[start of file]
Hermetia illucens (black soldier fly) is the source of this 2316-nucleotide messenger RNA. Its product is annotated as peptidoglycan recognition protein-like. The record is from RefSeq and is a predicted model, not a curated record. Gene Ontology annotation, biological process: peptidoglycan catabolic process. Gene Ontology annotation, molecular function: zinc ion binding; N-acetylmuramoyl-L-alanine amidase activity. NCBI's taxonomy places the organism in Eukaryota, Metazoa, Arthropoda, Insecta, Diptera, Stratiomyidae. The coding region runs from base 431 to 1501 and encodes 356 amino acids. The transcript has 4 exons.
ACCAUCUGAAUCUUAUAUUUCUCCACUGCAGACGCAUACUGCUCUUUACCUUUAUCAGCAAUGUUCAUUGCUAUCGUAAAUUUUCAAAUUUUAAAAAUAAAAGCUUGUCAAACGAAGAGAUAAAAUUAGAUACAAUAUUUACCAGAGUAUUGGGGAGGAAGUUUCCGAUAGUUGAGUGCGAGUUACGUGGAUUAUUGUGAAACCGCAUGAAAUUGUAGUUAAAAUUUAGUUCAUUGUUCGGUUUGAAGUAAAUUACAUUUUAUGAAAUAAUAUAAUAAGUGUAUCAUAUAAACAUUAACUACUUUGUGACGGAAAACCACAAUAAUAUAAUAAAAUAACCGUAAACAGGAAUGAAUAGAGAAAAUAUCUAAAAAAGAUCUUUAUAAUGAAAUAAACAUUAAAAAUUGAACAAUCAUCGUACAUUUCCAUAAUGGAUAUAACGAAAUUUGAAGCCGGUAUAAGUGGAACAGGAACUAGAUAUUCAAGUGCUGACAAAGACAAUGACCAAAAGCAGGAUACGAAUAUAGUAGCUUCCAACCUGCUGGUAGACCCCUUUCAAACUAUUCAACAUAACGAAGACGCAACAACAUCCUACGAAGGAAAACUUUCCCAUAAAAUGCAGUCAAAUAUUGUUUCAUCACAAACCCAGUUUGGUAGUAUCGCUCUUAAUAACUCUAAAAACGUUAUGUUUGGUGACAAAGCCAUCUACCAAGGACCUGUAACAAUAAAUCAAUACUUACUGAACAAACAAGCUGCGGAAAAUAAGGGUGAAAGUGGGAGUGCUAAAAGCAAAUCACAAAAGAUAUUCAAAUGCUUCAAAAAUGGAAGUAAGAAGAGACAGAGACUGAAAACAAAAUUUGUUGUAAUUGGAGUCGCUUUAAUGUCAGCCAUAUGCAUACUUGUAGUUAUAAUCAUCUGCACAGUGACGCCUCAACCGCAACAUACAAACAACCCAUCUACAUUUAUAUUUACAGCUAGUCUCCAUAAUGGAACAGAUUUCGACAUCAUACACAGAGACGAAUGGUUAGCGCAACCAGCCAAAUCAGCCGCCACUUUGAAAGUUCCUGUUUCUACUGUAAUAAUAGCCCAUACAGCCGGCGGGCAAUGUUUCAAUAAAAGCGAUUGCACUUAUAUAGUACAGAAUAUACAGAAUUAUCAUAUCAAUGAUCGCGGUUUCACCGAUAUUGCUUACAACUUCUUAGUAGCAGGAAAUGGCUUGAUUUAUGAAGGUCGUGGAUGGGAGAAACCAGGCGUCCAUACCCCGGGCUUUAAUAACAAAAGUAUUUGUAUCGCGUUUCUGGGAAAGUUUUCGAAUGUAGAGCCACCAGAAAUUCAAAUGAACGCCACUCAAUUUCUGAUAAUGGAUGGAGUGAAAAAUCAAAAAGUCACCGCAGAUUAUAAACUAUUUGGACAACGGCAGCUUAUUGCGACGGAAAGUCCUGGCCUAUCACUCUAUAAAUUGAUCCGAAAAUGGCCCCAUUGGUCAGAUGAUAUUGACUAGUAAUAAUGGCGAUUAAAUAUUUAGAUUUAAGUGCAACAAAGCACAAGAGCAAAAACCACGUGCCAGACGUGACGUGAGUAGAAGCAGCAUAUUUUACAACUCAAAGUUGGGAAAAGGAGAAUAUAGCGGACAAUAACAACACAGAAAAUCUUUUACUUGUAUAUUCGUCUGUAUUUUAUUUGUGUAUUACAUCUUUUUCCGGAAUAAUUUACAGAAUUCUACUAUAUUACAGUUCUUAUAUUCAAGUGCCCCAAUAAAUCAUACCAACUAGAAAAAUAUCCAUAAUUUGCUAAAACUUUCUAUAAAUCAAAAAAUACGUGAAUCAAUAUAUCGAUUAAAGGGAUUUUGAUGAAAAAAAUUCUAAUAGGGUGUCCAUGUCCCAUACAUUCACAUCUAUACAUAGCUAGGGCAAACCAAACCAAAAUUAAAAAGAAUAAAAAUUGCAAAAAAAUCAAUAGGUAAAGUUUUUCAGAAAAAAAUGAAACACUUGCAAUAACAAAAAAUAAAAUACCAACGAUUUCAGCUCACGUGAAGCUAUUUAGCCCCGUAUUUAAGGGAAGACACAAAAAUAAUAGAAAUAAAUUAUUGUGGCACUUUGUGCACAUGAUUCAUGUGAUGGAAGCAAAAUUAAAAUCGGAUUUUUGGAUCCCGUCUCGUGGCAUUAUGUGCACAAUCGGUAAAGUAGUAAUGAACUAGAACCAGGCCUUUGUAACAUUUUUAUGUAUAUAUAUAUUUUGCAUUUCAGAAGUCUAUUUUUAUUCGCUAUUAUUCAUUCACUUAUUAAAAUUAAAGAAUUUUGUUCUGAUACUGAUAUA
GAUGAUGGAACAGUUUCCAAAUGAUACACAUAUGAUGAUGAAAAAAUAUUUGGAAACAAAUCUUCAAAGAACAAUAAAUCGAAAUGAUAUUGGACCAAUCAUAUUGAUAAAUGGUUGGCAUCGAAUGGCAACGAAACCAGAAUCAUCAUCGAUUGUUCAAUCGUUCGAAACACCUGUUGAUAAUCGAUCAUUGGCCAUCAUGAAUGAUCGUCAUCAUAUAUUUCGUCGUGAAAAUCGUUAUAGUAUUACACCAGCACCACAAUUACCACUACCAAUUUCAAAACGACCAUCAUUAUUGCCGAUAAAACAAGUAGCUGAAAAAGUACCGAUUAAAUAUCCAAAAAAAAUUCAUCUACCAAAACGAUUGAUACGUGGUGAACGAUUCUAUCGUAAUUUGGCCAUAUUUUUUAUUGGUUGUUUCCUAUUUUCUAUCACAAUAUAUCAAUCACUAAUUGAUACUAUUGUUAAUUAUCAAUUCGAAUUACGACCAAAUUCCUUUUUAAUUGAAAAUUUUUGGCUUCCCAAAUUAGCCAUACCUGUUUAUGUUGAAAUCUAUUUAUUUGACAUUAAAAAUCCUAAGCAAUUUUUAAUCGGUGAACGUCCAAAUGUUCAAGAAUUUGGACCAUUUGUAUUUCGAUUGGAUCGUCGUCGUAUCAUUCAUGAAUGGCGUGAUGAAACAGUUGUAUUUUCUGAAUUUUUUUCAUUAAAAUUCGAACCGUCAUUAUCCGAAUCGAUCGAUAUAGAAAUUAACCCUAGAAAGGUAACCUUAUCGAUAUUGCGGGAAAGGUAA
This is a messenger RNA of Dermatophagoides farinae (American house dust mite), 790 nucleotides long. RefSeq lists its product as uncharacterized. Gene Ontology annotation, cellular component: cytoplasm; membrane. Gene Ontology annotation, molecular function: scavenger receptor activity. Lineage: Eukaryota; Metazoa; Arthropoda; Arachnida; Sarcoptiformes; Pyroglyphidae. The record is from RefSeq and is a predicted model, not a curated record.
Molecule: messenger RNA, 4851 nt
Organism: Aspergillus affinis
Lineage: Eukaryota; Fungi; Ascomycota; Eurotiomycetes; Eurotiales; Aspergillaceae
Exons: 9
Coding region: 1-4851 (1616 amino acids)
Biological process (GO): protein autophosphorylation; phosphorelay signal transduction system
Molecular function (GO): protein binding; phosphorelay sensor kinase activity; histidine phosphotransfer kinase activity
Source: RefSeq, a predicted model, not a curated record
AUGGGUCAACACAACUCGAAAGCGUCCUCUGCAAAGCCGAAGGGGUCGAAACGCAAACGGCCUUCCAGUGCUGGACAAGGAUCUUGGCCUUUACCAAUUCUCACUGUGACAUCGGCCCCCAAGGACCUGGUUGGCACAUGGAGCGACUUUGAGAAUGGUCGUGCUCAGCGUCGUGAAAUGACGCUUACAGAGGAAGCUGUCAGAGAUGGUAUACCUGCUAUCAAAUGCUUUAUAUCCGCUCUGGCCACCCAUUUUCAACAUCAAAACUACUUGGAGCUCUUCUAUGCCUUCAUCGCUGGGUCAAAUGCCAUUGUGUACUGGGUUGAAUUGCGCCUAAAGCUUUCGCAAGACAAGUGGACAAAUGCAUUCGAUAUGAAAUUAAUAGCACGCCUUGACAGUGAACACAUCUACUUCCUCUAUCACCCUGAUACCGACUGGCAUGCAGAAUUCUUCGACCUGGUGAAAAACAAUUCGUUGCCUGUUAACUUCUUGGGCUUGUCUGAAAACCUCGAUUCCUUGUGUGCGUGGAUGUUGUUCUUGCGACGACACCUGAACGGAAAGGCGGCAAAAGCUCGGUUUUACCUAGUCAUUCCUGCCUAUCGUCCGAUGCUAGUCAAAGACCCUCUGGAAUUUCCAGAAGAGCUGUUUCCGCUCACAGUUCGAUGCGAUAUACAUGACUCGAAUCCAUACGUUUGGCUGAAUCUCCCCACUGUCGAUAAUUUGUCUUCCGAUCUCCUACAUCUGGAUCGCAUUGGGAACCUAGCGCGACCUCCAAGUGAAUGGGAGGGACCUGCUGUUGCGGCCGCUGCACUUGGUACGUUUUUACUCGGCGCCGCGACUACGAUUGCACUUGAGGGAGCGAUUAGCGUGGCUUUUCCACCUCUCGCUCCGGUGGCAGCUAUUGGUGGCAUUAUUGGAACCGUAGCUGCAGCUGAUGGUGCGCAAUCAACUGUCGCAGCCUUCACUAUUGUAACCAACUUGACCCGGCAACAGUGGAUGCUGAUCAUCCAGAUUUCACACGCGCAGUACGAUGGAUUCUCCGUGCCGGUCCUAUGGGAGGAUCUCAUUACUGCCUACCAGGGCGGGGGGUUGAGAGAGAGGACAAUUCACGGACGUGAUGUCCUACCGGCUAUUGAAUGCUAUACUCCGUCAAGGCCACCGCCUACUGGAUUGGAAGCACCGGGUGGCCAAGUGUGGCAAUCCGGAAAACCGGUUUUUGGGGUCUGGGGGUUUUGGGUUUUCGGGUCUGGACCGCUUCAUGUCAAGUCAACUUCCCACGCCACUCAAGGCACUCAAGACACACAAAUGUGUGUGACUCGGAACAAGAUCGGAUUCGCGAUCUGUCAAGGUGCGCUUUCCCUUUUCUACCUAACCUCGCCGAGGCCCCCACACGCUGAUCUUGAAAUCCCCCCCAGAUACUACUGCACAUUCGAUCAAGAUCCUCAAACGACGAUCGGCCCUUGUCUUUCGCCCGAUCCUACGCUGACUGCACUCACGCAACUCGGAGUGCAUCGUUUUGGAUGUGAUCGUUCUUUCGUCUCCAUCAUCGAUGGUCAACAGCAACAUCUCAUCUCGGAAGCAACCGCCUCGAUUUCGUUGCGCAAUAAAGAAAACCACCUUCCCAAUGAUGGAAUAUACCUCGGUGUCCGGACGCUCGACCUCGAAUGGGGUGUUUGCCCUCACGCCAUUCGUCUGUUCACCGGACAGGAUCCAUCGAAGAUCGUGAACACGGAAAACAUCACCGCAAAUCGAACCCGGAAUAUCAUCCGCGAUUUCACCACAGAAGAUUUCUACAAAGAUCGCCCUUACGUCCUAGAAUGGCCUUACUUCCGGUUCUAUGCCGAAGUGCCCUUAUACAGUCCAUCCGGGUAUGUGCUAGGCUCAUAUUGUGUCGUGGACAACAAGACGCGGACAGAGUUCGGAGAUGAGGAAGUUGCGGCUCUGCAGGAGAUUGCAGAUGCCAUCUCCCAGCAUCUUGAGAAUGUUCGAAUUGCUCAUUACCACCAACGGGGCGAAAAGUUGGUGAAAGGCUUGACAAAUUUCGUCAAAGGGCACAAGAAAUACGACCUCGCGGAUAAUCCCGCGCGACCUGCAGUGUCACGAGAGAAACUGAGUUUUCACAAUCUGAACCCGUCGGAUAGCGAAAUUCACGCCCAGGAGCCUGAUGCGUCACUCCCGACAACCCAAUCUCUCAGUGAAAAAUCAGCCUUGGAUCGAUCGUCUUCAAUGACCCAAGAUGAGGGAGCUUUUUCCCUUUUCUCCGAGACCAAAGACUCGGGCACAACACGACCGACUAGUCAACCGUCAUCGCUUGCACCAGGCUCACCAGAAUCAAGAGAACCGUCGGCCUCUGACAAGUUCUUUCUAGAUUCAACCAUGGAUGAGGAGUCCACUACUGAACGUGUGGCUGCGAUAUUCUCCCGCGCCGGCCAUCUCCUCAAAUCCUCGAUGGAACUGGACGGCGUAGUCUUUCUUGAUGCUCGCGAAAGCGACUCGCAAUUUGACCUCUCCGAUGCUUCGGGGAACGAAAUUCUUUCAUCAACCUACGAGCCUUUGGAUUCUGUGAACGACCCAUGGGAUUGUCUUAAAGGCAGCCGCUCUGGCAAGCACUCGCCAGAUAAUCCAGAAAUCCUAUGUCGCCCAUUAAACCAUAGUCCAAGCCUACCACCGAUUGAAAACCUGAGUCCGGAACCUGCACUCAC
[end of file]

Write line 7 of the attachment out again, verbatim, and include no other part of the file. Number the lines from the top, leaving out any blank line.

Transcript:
Lineage: Eukaryota; Fungi; Ascomycota; Eurotiomycetes; Eurotiales; Aspergillaceae